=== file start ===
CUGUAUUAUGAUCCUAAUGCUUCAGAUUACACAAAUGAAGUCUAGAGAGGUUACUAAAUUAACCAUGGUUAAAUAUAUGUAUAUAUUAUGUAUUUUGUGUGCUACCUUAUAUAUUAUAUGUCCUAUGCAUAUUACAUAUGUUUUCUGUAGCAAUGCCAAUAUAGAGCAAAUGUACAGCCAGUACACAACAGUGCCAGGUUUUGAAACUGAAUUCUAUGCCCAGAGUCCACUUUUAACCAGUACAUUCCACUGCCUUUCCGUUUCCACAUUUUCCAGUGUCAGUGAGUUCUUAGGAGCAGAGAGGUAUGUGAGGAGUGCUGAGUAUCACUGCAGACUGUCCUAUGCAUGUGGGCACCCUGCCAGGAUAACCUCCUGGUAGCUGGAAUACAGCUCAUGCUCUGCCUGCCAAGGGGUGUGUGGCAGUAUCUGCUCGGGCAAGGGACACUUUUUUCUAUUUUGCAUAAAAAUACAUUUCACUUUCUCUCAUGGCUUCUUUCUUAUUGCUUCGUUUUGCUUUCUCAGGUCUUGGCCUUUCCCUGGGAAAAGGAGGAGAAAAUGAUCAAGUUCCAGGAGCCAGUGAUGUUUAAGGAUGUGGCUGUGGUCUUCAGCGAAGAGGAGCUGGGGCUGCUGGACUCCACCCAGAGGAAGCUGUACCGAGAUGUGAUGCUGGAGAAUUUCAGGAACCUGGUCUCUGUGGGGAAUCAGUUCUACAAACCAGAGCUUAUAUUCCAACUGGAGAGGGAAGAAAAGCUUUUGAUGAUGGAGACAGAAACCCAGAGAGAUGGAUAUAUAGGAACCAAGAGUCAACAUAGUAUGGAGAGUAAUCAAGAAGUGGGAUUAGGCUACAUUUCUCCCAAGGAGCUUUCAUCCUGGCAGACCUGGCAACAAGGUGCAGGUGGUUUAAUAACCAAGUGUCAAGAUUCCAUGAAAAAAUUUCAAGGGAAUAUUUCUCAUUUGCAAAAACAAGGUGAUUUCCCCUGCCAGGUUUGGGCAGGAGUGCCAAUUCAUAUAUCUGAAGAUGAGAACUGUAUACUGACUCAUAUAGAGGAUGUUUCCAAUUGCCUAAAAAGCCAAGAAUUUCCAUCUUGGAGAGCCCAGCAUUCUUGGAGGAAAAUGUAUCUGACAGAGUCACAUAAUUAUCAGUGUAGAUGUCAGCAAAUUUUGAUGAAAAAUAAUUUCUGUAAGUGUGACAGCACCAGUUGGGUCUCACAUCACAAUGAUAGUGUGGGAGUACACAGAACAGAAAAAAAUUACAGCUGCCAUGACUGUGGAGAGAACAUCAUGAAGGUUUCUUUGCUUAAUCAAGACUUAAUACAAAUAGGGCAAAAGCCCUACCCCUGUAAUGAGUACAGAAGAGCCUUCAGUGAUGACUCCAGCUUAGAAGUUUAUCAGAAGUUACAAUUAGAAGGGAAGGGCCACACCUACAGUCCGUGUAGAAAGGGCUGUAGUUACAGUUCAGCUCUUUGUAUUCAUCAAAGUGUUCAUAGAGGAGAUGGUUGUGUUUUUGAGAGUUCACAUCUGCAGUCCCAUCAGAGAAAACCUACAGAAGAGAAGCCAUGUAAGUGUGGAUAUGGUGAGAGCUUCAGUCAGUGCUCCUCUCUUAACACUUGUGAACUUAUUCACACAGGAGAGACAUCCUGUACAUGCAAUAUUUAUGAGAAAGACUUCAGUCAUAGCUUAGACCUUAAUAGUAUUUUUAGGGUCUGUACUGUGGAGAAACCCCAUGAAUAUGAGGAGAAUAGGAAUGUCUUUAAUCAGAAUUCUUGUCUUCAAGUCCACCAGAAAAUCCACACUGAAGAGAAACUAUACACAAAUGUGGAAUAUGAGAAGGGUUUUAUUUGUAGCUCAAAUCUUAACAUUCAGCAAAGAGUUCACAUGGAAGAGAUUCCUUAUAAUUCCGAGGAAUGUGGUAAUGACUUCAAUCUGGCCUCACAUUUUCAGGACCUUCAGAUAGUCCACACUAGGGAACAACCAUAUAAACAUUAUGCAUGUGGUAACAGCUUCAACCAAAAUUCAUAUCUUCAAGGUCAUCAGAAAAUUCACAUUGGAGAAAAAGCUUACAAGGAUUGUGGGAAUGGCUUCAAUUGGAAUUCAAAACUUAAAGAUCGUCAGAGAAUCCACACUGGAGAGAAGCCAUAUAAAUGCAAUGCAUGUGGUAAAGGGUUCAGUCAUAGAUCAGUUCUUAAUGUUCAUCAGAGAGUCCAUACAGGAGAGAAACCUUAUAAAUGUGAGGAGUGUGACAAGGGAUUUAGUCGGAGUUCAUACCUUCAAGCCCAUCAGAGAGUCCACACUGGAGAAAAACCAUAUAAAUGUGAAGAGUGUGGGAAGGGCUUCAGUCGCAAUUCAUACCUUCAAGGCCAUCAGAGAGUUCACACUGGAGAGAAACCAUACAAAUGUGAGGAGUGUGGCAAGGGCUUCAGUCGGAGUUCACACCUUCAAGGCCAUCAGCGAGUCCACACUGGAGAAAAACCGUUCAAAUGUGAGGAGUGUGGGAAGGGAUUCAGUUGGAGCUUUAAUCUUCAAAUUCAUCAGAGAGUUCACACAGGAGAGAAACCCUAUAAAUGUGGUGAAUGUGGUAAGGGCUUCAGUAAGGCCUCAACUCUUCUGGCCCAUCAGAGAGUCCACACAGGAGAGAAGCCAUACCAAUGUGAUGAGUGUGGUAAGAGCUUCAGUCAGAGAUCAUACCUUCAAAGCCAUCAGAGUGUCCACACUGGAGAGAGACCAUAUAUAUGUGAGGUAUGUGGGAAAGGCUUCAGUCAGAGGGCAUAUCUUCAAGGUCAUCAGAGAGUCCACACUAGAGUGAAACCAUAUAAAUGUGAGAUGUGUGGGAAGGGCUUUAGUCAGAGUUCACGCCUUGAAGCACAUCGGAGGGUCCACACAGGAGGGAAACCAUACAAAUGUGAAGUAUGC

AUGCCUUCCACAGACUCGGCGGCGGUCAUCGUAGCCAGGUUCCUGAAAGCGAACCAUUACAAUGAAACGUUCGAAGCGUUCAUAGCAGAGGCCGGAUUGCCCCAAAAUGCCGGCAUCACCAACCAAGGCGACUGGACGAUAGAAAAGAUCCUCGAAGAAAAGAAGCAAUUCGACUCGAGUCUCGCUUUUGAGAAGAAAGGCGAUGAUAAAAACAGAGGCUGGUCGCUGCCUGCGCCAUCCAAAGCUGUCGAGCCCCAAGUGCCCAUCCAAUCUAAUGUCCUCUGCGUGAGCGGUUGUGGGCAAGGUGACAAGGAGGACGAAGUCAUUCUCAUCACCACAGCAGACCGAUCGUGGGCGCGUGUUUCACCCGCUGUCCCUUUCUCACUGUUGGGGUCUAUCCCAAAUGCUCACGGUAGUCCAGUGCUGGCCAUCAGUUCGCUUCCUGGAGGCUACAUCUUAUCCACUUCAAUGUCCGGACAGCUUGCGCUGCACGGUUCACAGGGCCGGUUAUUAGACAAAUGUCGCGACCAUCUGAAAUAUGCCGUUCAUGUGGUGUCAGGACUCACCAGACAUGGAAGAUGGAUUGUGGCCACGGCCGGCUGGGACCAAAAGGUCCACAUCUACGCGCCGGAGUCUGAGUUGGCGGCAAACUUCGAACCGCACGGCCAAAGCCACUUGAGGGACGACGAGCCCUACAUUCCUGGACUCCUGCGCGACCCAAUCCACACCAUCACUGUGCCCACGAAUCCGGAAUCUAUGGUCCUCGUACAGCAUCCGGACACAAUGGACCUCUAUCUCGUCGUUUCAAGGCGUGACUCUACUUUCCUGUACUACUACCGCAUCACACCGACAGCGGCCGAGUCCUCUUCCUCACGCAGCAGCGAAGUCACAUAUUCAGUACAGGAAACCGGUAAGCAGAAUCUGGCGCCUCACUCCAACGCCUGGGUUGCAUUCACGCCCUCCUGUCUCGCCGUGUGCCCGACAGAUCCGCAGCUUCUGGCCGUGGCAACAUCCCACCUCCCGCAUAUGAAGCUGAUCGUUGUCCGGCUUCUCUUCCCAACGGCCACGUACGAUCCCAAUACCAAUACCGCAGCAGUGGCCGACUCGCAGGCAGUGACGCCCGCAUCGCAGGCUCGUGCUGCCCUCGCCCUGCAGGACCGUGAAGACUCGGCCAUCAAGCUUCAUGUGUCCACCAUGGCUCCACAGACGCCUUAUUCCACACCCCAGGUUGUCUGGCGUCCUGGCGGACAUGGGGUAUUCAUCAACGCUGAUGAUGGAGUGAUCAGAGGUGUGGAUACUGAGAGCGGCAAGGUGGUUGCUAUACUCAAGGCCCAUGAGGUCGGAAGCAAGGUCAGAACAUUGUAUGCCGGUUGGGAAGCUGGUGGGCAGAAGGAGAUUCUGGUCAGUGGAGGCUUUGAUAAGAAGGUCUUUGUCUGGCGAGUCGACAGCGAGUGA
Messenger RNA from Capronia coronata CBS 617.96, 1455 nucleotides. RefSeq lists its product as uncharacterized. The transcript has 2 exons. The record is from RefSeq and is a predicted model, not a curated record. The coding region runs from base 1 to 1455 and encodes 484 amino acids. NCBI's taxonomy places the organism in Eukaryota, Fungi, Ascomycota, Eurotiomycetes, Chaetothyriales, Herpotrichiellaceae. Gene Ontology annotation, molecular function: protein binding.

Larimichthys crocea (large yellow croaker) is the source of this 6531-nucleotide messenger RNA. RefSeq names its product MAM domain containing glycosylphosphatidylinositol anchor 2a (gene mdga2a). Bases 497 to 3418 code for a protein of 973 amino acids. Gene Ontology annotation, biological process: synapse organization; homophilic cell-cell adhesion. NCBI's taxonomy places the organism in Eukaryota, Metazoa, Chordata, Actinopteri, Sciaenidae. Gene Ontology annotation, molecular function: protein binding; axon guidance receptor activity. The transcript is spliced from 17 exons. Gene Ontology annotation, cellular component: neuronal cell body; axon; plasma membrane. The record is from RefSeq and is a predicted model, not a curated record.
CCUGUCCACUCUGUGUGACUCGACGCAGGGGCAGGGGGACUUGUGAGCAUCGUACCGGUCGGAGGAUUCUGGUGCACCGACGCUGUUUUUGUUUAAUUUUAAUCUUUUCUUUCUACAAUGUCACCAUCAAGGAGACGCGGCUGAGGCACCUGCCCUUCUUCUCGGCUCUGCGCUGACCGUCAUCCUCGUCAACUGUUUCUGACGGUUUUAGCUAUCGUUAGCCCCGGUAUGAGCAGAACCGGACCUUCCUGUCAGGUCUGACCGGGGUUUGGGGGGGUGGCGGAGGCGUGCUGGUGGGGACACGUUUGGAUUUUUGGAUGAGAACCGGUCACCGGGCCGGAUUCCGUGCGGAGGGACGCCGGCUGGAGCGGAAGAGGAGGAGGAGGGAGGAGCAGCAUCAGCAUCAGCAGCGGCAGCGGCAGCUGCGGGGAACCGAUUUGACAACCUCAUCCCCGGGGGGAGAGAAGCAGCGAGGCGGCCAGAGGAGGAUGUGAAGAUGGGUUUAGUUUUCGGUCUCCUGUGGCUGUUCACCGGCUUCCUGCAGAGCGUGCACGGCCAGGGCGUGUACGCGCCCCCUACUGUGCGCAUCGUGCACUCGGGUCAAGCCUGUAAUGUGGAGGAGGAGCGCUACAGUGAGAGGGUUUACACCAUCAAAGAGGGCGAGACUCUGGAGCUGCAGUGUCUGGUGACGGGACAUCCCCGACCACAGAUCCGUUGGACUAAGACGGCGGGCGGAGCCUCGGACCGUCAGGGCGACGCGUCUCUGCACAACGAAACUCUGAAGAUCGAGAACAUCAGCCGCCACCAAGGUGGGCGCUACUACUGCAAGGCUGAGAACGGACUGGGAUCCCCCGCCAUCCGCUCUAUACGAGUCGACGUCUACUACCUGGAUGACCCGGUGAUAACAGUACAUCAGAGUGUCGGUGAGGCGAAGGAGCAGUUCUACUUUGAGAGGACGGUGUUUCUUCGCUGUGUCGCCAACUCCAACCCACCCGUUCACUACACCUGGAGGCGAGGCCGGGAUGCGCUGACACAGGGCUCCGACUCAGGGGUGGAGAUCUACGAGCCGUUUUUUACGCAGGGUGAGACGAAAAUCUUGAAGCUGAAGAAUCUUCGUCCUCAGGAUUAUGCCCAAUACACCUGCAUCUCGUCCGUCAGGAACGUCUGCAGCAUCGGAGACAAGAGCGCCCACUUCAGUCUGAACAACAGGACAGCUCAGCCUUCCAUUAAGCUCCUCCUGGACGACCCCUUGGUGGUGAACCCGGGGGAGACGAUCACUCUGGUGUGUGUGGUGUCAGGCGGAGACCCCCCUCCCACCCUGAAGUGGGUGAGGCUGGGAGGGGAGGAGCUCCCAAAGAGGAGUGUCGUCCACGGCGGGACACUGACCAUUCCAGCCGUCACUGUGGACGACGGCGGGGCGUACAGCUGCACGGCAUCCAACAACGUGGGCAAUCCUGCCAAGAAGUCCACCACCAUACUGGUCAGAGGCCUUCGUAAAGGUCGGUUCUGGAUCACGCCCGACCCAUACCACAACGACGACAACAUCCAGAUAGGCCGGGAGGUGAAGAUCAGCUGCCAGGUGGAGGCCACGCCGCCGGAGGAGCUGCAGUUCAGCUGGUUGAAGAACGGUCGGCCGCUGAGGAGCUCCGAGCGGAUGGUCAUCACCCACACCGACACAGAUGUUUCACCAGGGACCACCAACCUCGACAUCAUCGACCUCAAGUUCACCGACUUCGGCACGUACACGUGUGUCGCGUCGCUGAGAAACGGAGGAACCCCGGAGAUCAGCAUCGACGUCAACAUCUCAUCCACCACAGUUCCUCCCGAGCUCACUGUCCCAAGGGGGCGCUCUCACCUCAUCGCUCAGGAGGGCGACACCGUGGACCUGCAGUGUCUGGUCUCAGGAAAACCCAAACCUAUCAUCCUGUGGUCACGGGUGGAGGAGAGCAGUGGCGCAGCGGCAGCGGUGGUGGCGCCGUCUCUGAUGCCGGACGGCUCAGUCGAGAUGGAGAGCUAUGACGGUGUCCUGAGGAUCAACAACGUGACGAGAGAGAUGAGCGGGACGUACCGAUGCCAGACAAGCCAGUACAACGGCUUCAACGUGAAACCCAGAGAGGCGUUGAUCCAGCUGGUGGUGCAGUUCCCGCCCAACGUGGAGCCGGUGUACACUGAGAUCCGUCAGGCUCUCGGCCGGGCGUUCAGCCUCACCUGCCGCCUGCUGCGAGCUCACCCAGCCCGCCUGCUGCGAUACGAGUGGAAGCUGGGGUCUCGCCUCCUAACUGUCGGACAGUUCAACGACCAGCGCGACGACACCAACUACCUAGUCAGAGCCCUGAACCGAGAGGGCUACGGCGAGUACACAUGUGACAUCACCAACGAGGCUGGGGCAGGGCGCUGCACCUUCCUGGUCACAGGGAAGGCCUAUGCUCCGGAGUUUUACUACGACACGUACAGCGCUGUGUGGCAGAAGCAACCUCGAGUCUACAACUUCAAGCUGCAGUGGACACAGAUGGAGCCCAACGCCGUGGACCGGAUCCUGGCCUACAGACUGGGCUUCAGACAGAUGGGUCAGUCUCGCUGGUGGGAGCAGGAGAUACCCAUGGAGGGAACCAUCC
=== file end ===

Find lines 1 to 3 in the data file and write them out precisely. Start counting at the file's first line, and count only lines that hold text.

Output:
CUGUAUUAUGAUCCUAAUGCUUCAGAUUACACAAAUGAAGUCUAGAGAGGUUACUAAAUUAACCAUGGUUAAAUAUAUGUAUAUAUUAUGUAUUUUGUGUGCUACCUUAUAUAUUAUAUGUCCUAUGCAUAUUACAUAUGUUUUCUGUAGCAAUGCCAAUAUAGAGCAAAUGUACAGCCAGUACACAACAGUGCCAGGUUUUGAAACUGAAUUCUAUGCCCAGAGUCCACUUUUAACCAGUACAUUCCACUGCCUUUCCGUUUCCACAUUUUCCAGUGUCAGUGAGUUCUUAGGAGCAGAGAGGUAUGUGAGGAGUGCUGAGUAUCACUGCAGACUGUCCUAUGCAUGUGGGCACCCUGCCAGGAUAACCUCCUGGUAGCUGGAAUACAGCUCAUGCUCUGCCUGCCAAGGGGUGUGUGGCAGUAUCUGCUCGGGCAAGGGACACUUUUUUCUAUUUUGCAUAAAAAUACAUUUCACUUUCUCUCAUGGCUUCUUUCUUAUUGCUUCGUUUUGCUUUCUCAGGUCUUGGCCUUUCCCUGGGAAAAGGAGGAGAAAAUGAUCAAGUUCCAGGAGCCAGUGAUGUUUAAGGAUGUGGCUGUGGUCUUCAGCGAAGAGGAGCUGGGGCUGCUGGACUCCACCCAGAGGAAGCUGUACCGAGAUGUGAUGCUGGAGAAUUUCAGGAACCUGGUCUCUGUGGGGAAUCAGUUCUACAAACCAGAGCUUAUAUUCCAACUGGAGAGGGAAGAAAAGCUUUUGAUGAUGGAGACAGAAACCCAGAGAGAUGGAUAUAUAGGAACCAAGAGUCAACAUAGUAUGGAGAGUAAUCAAGAAGUGGGAUUAGGCUACAUUUCUCCCAAGGAGCUUUCAUCCUGGCAGACCUGGCAACAAGGUGCAGGUGGUUUAAUAACCAAGUGUCAAGAUUCCAUGAAAAAAUUUCAAGGGAAUAUUUCUCAUUUGCAAAAACAAGGUGAUUUCCCCUGCCAGGUUUGGGCAGGAGUGCCAAUUCAUAUAUCUGAAGAUGAGAACUGUAUACUGACUCAUAUAGAGGAUGUUUCCAAUUGCCUAAAAAGCCAAGAAUUUCCAUCUUGGAGAGCCCAGCAUUCUUGGAGGAAAAUGUAUCUGACAGAGUCACAUAAUUAUCAGUGUAGAUGUCAGCAAAUUUUGAUGAAAAAUAAUUUCUGUAAGUGUGACAGCACCAGUUGGGUCUCACAUCACAAUGAUAGUGUGGGAGUACACAGAACAGAAAAAAAUUACAGCUGCCAUGACUGUGGAGAGAACAUCAUGAAGGUUUCUUUGCUUAAUCAAGACUUAAUACAAAUAGGGCAAAAGCCCUACCCCUGUAAUGAGUACAGAAGAGCCUUCAGUGAUGACUCCAGCUUAGAAGUUUAUCAGAAGUUACAAUUAGAAGGGAAGGGCCACACCUACAGUCCGUGUAGAAAGGGCUGUAGUUACAGUUCAGCUCUUUGUAUUCAUCAAAGUGUUCAUAGAGGAGAUGGUUGUGUUUUUGAGAGUUCACAUCUGCAGUCCCAUCAGAGAAAACCUACAGAAGAGAAGCCAUGUAAGUGUGGAUAUGGUGAGAGCUUCAGUCAGUGCUCCUCUCUUAACACUUGUGAACUUAUUCACACAGGAGAGACAUCCUGUACAUGCAAUAUUUAUGAGAAAGACUUCAGUCAUAGCUUAGACCUUAAUAGUAUUUUUAGGGUCUGUACUGUGGAGAAACCCCAUGAAUAUGAGGAGAAUAGGAAUGUCUUUAAUCAGAAUUCUUGUCUUCAAGUCCACCAGAAAAUCCACACUGAAGAGAAACUAUACACAAAUGUGGAAUAUGAGAAGGGUUUUAUUUGUAGCUCAAAUCUUAACAUUCAGCAAAGAGUUCACAUGGAAGAGAUUCCUUAUAAUUCCGAGGAAUGUGGUAAUGACUUCAAUCUGGCCUCACAUUUUCAGGACCUUCAGAUAGUCCACACUAGGGAACAACCAUAUAAACAUUAUGCAUGUGGUAACAGCUUCAACCAAAAUUCAUAUCUUCAAGGUCAUCAGAAAAUUCACAUUGGAGAAAAAGCUUACAAGGAUUGUGGGAAUGGCUUCAAUUGGAAUUCAAAACUUAAAGAUCGUCAGAGAAUCCACACUGGAGAGAAGCCAUAUAAAUGCAAUGCAUGUGGUAAAGGGUUCAGUCAUAGAUCAGUUCUUAAUGUUCAUCAGAGAGUCCAUACAGGAGAGAAACCUUAUAAAUGUGAGGAGUGUGACAAGGGAUUUAGUCGGAGUUCAUACCUUCAAGCCCAUCAGAGAGUCCACACUGGAGAAAAACCAUAUAAAUGUGAAGAGUGUGGGAAGGGCUUCAGUCGCAAUUCAUACCUUCAAGGCCAUCAGAGAGUUCACACUGGAGAGAAACCAUACAAAUGUGAGGAGUGUGGCAAGGGCUUCAGUCGGAGUUCACACCUUCAAGGCCAUCAGCGAGUCCACACUGGAGAAAAACCGUUCAAAUGUGAGGAGUGUGGGAAGGGAUUCAGUUGGAGCUUUAAUCUUCAAAUUCAUCAGAGAGUUCACACAGGAGAGAAACCCUAUAAAUGUGGUGAAUGUGGUAAGGGCUUCAGUAAGGCCUCAACUCUUCUGGCCCAUCAGAGAGUCCACACAGGAGAGAAGCCAUACCAAUGUGAUGAGUGUGGUAAGAGCUUCAGUCAGAGAUCAUACCUUCAAAGCCAUCAGAGUGUCCACACUGGAGAGAGACCAUAUAUAUGUGAGGUAUGUGGGAAAGGCUUCAGUCAGAGGGCAUAUCUUCAAGGUCAUCAGAGAGUCCACACUAGAGUGAAACCAUAUAAAUGUGAGAUGUGUGGGAAGGGCUUUAGUCAGAGUUCACGCCUUGAAGCACAUCGGAGGGUCCACACAGGAGGGAAACCAUACAAAUGUGAAGUAUGC

AUGCCUUCCACAGACUCGGCGGCGGUCAUCGUAGCCAGGUUCCUGAAAGCGAACCAUUACAAUGAAACGUUCGAAGCGUUCAUAGCAGAGGCCGGAUUGCCCCAAAAUGCCGGCAUCACCAACCAAGGCGACUGGACGAUAGAAAAGAUCCUCGAAGAAAAGAAGCAAUUCGACUCGAGUCUCGCUUUUGAGAAGAAAGGCGAUGAUAAAAACAGAGGCUGGUCGCUGCCUGCGCCAUCCAAAGCUGUCGAGCCCCAAGUGCCCAUCCAAUCUAAUGUCCUCUGCGUGAGCGGUUGUGGGCAAGGUGACAAGGAGGACGAAGUCAUUCUCAUCACCACAGCAGACCGAUCGUGGGCGCGUGUUUCACCCGCUGUCCCUUUCUCACUGUUGGGGUCUAUCCCAAAUGCUCACGGUAGUCCAGUGCUGGCCAUCAGUUCGCUUCCUGGAGGCUACAUCUUAUCCACUUCAAUGUCCGGACAGCUUGCGCUGCACGGUUCACAGGGCCGGUUAUUAGACAAAUGUCGCGACCAUCUGAAAUAUGCCGUUCAUGUGGUGUCAGGACUCACCAGACAUGGAAGAUGGAUUGUGGCCACGGCCGGCUGGGACCAAAAGGUCCACAUCUACGCGCCGGAGUCUGAGUUGGCGGCAAACUUCGAACCGCACGGCCAAAGCCACUUGAGGGACGACGAGCCCUACAUUCCUGGACUCCUGCGCGACCCAAUCCACACCAUCACUGUGCCCACGAAUCCGGAAUCUAUGGUCCUCGUACAGCAUCCGGACACAAUGGACCUCUAUCUCGUCGUUUCAAGGCGUGACUCUACUUUCCUGUACUACUACCGCAUCACACCGACAGCGGCCGAGUCCUCUUCCUCACGCAGCAGCGAAGUCACAUAUUCAGUACAGGAAACCGGUAAGCAGAAUCUGGCGCCUCACUCCAACGCCUGGGUUGCAUUCACGCCCUCCUGUCUCGCCGUGUGCCCGACAGAUCCGCAGCUUCUGGCCGUGGCAACAUCCCACCUCCCGCAUAUGAAGCUGAUCGUUGUCCGGCUUCUCUUCCCAACGGCCACGUACGAUCCCAAUACCAAUACCGCAGCAGUGGCCGACUCGCAGGCAGUGACGCCCGCAUCGCAGGCUCGUGCUGCCCUCGCCCUGCAGGACCGUGAAGACUCGGCCAUCAAGCUUCAUGUGUCCACCAUGGCUCCACAGACGCCUUAUUCCACACCCCAGGUUGUCUGGCGUCCUGGCGGACAUGGGGUAUUCAUCAACGCUGAUGAUGGAGUGAUCAGAGGUGUGGAUACUGAGAGCGGCAAGGUGGUUGCUAUACUCAAGGCCCAUGAGGUCGGAAGCAAGGUCAGAACAUUGUAUGCCGGUUGGGAAGCUGGUGGGCAGAAGGAGAUUCUGGUCAGUGGAGGCUUUGAUAAGAAGGUCUUUGUCUGGCGAGUCGACAGCGAGUGA
Messenger RNA from Capronia coronata CBS 617.96, 1455 nucleotides. RefSeq lists its product as uncharacterized. The transcript has 2 exons. The record is from RefSeq and is a predicted model, not a curated record. The coding region runs from base 1 to 1455 and encodes 484 amino acids. NCBI's taxonomy places the organism in Eukaryota, Fungi, Ascomycota, Eurotiomycetes, Chaetothyriales, Herpotrichiellaceae. Gene Ontology annotation, molecular function: protein binding.